I’m sure you have noticed that the news is full of recalls, denials and apologies. I’m a big believer in correcting errors and asking forgiveness. But really!
Volkswagen is losing a few billion because it cheated on the fuel efficiency of its diesel engines. My first car was a 1960 Beetle with a canvas sunroof. My mother and I bought it together; she drove it to work on weekdays and I drove it all over creation on weekends. It had its disadvantages, of course. That sunroof was a little leaky, which meant that, in winter, the frost was on the inside of the windshield. You just had to scrape it off into your lap.
The little car, though, was incredibly dependable. Mine started almost every time, and when it failed to fire up, it was easy to give it a shove. It was economical; my roommate and I learned that we could drive about 50 miles on the spare gas tank, which we switched on with a little handle on the floorboard. And, maybe best of all, it was never recalled. The Germans had put the thing together right.
Samsung dropped a few billion by selling phones that catch fire in your pocket. That’s a personal issue when you are alone on the sidewalk. It becomes a community matter, however, when you are packed into the economy section of a 747 over the Atlantic.
Back before cellphones, we depended on pay phones and kept a few dimes handy should we need to make a call. Our college dorm, remarkably, had a pay phone on each floor; none of them caught fire. Millennials are miles ahead of me when it comes technology, but I bet that few of them would recognize a phone booth.
Thousands and thousands of cars have been recalled for dangerous air bags. Ironic, isn’t it, that the great device designed to save us turns out to be deadly? My old Beetle wasn’t big enough for an air bag, though it probably could have used one.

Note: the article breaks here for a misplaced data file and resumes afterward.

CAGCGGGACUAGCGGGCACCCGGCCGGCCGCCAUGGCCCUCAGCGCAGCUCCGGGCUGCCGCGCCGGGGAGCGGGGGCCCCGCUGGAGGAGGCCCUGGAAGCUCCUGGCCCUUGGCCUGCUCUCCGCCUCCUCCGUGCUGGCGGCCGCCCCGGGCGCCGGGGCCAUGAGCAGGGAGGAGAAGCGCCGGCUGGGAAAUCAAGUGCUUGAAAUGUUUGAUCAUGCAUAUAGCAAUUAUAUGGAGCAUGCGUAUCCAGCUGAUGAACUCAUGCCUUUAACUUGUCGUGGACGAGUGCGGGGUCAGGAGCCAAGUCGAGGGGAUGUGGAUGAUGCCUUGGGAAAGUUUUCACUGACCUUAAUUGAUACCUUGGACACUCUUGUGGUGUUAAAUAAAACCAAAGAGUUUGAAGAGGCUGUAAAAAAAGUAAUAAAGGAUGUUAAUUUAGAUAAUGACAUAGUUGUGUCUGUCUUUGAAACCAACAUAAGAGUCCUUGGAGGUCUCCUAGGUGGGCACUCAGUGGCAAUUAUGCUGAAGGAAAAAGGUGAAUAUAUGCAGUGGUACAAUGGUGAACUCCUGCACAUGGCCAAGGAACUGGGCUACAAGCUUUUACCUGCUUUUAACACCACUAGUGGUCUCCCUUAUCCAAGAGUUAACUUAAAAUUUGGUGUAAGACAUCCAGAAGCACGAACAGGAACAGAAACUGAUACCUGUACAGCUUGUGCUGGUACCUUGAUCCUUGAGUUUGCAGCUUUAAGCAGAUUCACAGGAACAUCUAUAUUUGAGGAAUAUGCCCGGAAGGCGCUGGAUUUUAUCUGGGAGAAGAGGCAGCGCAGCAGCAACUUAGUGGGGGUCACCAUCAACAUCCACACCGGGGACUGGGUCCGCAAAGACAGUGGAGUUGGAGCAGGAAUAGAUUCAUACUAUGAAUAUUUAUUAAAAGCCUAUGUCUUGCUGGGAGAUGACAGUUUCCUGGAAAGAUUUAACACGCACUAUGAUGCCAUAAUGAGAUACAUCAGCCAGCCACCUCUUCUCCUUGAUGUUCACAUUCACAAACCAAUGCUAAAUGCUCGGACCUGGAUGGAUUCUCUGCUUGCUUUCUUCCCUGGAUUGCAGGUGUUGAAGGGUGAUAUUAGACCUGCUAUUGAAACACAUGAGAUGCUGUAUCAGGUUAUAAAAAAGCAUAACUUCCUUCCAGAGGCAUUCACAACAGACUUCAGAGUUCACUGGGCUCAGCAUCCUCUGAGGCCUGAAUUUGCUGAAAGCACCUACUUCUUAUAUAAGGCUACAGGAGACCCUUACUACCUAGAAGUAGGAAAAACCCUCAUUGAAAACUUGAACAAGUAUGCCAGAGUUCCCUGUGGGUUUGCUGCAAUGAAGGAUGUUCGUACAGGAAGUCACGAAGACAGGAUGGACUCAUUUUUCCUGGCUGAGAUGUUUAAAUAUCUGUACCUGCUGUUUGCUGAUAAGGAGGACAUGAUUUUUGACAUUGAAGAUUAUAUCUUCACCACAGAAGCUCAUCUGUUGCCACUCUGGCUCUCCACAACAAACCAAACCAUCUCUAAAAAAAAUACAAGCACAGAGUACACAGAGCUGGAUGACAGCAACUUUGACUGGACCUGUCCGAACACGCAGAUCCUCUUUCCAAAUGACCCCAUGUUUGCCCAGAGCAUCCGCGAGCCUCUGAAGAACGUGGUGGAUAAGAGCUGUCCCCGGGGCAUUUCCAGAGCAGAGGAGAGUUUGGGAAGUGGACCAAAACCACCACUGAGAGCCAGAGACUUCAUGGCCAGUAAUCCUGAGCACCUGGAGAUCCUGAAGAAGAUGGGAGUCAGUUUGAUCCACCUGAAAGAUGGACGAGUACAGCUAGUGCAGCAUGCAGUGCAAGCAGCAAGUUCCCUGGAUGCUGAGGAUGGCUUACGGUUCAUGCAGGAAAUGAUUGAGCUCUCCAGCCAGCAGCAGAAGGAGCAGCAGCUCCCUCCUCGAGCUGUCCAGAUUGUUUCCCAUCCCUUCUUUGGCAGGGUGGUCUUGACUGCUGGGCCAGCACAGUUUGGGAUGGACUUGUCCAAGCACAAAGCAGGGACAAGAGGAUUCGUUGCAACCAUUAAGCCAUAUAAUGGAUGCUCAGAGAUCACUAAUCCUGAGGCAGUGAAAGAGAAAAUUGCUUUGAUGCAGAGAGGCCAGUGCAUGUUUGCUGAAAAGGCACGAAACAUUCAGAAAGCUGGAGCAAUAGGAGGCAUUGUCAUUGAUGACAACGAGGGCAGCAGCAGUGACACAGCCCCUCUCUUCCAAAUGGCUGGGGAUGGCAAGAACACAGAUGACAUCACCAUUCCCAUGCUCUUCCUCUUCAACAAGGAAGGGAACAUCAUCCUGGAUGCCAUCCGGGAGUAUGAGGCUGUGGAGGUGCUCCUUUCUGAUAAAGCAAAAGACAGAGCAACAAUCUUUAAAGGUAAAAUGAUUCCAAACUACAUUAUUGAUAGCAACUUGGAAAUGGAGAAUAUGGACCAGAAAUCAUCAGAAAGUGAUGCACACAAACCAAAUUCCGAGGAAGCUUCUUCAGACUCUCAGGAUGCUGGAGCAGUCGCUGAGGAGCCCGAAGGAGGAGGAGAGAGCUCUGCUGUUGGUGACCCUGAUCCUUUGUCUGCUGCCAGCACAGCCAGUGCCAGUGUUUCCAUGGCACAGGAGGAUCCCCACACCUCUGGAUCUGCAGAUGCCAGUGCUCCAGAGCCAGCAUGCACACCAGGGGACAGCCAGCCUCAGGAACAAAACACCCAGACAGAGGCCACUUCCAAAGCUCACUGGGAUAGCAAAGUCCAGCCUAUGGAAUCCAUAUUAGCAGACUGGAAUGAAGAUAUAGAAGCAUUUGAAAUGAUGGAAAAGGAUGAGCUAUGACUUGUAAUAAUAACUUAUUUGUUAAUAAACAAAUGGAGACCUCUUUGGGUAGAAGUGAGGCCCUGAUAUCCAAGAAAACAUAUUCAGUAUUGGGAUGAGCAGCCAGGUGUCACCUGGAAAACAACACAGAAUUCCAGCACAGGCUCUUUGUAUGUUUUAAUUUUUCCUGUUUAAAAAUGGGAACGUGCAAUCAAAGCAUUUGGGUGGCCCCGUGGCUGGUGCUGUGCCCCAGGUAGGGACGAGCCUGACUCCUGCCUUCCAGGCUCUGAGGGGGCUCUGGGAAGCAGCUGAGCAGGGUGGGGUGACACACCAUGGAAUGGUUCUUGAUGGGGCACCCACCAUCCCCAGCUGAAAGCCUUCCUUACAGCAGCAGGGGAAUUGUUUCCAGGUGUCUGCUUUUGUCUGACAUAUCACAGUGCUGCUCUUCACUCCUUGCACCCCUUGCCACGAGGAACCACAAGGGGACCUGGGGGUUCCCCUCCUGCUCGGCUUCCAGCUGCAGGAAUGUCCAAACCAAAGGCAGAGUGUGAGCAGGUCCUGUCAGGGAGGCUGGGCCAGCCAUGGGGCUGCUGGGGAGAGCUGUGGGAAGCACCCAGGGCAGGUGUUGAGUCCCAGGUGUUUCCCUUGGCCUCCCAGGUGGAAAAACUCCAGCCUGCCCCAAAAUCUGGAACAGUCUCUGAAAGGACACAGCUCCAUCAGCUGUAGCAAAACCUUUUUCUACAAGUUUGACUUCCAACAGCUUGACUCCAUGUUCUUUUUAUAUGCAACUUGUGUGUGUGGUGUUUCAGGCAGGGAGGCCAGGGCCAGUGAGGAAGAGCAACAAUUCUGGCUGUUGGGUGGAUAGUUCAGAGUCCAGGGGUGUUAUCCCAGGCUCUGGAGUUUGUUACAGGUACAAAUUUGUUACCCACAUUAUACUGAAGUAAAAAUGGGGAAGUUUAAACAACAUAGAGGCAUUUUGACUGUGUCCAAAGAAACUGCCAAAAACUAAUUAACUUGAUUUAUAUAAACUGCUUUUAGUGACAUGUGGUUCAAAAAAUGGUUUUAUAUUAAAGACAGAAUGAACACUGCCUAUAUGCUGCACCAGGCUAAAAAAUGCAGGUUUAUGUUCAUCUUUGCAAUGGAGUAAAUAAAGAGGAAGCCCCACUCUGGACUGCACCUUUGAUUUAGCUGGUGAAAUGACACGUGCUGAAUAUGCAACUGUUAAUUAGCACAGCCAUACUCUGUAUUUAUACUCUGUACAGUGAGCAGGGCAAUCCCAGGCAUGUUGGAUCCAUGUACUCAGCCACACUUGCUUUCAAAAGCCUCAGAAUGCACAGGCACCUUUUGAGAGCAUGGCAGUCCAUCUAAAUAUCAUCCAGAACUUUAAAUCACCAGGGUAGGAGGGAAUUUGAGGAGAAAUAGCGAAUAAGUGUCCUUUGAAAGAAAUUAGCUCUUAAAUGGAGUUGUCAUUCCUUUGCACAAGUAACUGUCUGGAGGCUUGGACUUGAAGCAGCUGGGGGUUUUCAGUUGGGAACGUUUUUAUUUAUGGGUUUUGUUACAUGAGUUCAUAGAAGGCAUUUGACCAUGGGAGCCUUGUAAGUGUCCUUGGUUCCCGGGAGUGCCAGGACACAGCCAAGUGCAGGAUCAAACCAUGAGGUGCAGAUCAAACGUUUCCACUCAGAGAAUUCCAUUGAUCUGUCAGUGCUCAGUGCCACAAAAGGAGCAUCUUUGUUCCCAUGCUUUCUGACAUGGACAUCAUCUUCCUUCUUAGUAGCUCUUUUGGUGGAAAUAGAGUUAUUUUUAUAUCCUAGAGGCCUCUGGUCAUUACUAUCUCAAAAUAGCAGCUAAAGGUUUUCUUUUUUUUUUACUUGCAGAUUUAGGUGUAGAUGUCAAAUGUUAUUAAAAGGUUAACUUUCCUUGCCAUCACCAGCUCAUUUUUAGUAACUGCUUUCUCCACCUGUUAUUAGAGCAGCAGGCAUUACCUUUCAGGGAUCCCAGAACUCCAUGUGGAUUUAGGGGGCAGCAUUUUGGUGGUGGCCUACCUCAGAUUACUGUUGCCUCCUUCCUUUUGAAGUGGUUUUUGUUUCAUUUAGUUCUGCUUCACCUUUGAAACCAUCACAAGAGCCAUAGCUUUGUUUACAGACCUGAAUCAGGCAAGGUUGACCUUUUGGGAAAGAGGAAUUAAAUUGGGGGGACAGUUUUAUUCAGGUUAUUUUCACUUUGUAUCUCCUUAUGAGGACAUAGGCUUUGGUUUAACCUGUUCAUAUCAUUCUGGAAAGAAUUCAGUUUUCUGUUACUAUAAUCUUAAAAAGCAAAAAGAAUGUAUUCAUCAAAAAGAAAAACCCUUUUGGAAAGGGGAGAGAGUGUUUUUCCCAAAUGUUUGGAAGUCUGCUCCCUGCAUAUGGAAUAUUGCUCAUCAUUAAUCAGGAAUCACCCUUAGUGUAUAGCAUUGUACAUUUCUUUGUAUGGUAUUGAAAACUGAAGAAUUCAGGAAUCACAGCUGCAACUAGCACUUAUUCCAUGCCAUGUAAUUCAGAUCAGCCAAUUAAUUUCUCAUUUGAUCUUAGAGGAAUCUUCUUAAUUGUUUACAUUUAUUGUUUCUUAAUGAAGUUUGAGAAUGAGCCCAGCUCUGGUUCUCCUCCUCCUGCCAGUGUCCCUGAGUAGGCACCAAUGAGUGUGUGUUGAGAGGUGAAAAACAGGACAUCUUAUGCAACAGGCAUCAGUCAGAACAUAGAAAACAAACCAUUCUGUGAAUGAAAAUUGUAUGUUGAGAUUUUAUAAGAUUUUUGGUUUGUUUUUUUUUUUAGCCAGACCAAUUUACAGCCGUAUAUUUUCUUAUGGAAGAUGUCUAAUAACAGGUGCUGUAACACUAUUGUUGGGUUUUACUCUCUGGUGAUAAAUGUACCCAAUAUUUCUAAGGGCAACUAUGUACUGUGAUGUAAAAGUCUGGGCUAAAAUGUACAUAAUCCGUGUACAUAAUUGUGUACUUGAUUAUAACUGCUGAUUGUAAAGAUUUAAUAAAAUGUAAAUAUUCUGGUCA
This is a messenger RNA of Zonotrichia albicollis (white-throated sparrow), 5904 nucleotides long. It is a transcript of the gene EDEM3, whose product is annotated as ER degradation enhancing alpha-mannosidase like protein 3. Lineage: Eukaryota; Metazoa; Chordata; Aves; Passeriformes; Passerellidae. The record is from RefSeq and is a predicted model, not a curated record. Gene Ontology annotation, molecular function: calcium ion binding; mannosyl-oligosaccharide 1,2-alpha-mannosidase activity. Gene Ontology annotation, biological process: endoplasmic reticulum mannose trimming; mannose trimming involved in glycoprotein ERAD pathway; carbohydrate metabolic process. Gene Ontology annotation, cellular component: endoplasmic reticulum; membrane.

BB&T deceived a couple of million customers by secretly giving them accounts they never asked for. Almost every day that bank has a full-page newspaper ad announcing that it is “Moving Forward to Make Things Right.” I now believe that “moving forward” means “Let’s change the subject.”
I remember that my grandfather never trusted a bank and kept his money in his clock. We found a lot of bread there along with a stack of uncashed Social Security checks after he died. My father paid cash for everything and never had a bank account until the company he worked for started paying him with a check. He never forgave them because he really loved to line up at the pay window on Friday afternoon to get his envelope of coins and bills.
I remember being a little unnerved when my employer started using direct deposit. I liked walking my pay to the bank myself; that way I knew it was there. There was no online banking then, and I had to wait for the monthly statement to show up in the mail to see that I didn’t have as much as I thought I had. Nowadays, I go online every morning to be sure there has been no hanky-panky with my account while I was asleep.
I refused to use an ATM until the bank tellers got so impatient with me that I had to go ahead and devise a secret code for myself. And I’m still not thrilled with automatic drafting. It has worked beautifully so far, but what if Netflix decides to snatch more than eight bucks each month?
I won’t go into politics since recent candidates refused to acknowledge lies, crimes and misdemeanors. And certainly they have not apologized or sought forgiveness. As the media likes to say, they just “doubled down” on such and then turned it over to their “surrogates” to spin. “doubling down” is almost as useful as “moving forward” when it comes to dodging the truth. And isn’t “spinning” designed to convince us that someone didn’t say what he said?
George Washington and his apple tree have been left in the dust – with my lovely old Beetle.
Bill Koon lives in Greenville. He can be reached at firstname.lastname@example.org.